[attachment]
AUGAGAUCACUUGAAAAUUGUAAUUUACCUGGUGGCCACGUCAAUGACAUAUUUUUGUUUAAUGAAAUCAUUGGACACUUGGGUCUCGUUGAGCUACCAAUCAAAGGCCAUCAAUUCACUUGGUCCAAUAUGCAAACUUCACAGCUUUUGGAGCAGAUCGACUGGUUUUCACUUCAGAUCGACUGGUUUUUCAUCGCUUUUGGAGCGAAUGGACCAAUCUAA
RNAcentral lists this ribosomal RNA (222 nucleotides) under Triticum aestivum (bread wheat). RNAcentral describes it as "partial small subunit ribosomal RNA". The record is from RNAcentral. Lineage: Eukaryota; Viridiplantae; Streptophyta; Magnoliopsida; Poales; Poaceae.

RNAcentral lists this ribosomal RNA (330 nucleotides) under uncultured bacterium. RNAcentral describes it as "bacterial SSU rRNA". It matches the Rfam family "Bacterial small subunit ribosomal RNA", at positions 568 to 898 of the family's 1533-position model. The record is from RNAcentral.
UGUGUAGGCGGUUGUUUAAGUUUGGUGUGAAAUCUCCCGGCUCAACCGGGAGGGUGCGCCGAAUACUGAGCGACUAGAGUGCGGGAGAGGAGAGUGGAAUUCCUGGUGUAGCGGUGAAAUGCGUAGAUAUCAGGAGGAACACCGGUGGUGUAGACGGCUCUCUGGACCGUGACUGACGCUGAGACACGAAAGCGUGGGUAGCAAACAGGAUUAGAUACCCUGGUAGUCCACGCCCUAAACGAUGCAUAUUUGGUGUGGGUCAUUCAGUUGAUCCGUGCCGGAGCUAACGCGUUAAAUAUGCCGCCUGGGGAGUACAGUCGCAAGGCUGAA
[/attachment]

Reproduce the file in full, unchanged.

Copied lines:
AUGAGAUCACUUGAAAAUUGUAAUUUACCUGGUGGCCACGUCAAUGACAUAUUUUUGUUUAAUGAAAUCAUUGGACACUUGGGUCUCGUUGAGCUACCAAUCAAAGGCCAUCAAUUCACUUGGUCCAAUAUGCAAACUUCACAGCUUUUGGAGCAGAUCGACUGGUUUUCACUUCAGAUCGACUGGUUUUUCAUCGCUUUUGGAGCGAAUGGACCAAUCUAA
RNAcentral lists this ribosomal RNA (222 nucleotides) under Triticum aestivum (bread wheat). RNAcentral describes it as "partial small subunit ribosomal RNA". The record is from RNAcentral. Lineage: Eukaryota; Viridiplantae; Streptophyta; Magnoliopsida; Poales; Poaceae.

RNAcentral lists this ribosomal RNA (330 nucleotides) under uncultured bacterium. RNAcentral describes it as "bacterial SSU rRNA". It matches the Rfam family "Bacterial small subunit ribosomal RNA", at positions 568 to 898 of the family's 1533-position model. The record is from RNAcentral.
UGUGUAGGCGGUUGUUUAAGUUUGGUGUGAAAUCUCCCGGCUCAACCGGGAGGGUGCGCCGAAUACUGAGCGACUAGAGUGCGGGAGAGGAGAGUGGAAUUCCUGGUGUAGCGGUGAAAUGCGUAGAUAUCAGGAGGAACACCGGUGGUGUAGACGGCUCUCUGGACCGUGACUGACGCUGAGACACGAAAGCGUGGGUAGCAAACAGGAUUAGAUACCCUGGUAGUCCACGCCCUAAACGAUGCAUAUUUGGUGUGGGUCAUUCAGUUGAUCCGUGCCGGAGCUAACGCGUUAAAUAUGCCGCCUGGGGAGUACAGUCGCAAGGCUGAA